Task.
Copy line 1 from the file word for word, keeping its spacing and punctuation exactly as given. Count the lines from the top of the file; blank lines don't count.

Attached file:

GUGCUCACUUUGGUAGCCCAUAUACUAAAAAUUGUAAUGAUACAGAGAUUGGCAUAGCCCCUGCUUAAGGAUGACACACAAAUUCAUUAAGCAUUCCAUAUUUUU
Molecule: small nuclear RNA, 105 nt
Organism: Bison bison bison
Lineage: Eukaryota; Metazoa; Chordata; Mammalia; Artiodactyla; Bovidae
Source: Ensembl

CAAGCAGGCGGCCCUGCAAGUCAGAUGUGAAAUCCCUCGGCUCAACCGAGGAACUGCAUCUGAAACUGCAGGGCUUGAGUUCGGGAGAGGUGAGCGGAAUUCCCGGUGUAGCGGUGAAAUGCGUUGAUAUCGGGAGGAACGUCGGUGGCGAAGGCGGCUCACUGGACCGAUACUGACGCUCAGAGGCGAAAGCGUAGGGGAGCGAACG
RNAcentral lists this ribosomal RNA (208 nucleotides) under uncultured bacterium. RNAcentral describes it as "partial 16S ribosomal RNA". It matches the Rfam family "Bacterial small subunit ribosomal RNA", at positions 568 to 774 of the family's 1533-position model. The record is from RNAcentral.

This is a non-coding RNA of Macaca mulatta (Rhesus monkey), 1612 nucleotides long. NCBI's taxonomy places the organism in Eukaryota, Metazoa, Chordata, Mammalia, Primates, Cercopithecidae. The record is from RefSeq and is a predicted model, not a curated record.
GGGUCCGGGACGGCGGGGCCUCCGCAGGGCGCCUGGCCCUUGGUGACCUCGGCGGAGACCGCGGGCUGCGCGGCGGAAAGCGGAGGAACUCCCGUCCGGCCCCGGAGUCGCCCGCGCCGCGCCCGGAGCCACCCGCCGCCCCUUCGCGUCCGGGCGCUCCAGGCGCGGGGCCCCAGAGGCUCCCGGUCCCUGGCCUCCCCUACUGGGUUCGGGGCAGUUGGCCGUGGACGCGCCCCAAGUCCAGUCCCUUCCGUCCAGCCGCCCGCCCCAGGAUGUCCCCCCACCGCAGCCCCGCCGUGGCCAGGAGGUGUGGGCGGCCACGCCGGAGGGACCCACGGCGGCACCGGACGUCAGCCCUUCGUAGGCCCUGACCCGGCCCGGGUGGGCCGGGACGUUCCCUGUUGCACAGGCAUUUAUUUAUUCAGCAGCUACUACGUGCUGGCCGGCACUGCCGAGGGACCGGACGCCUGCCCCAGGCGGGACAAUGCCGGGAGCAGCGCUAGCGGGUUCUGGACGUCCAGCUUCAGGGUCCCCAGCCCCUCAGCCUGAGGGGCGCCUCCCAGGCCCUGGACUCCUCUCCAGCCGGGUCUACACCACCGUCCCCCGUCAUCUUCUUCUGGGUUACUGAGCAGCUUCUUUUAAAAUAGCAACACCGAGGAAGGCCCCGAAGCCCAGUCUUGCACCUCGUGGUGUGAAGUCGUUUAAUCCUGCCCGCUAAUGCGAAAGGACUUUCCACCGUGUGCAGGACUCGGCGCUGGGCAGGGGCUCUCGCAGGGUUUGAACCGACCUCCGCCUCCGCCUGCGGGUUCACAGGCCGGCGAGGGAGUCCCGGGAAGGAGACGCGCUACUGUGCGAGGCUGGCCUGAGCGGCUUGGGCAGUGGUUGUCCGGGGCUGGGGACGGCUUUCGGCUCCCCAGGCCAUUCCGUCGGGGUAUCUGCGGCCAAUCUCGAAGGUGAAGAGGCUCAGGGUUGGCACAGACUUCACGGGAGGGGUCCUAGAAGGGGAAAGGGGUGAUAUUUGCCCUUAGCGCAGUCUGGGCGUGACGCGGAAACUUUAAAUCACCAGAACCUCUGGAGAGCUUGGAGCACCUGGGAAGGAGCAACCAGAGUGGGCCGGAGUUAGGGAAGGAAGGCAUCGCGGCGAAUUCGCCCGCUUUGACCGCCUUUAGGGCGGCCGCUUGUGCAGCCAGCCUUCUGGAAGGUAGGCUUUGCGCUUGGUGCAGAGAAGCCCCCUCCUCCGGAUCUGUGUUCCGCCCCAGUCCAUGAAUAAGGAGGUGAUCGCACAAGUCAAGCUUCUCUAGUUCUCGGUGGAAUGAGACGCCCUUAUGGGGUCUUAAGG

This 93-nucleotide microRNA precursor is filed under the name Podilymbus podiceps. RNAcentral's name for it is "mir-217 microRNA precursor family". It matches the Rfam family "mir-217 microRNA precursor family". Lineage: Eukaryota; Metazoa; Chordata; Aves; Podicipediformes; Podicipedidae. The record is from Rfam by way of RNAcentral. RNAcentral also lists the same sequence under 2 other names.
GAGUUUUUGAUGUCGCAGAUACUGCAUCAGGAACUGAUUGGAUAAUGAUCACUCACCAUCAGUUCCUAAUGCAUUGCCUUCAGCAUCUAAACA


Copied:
GUGCUCACUUUGGUAGCCCAUAUACUAAAAAUUGUAAUGAUACAGAGAUUGGCAUAGCCCCUGCUUAAGGAUGACACACAAAUUCAUUAAGCAUUCCAUAUUUUU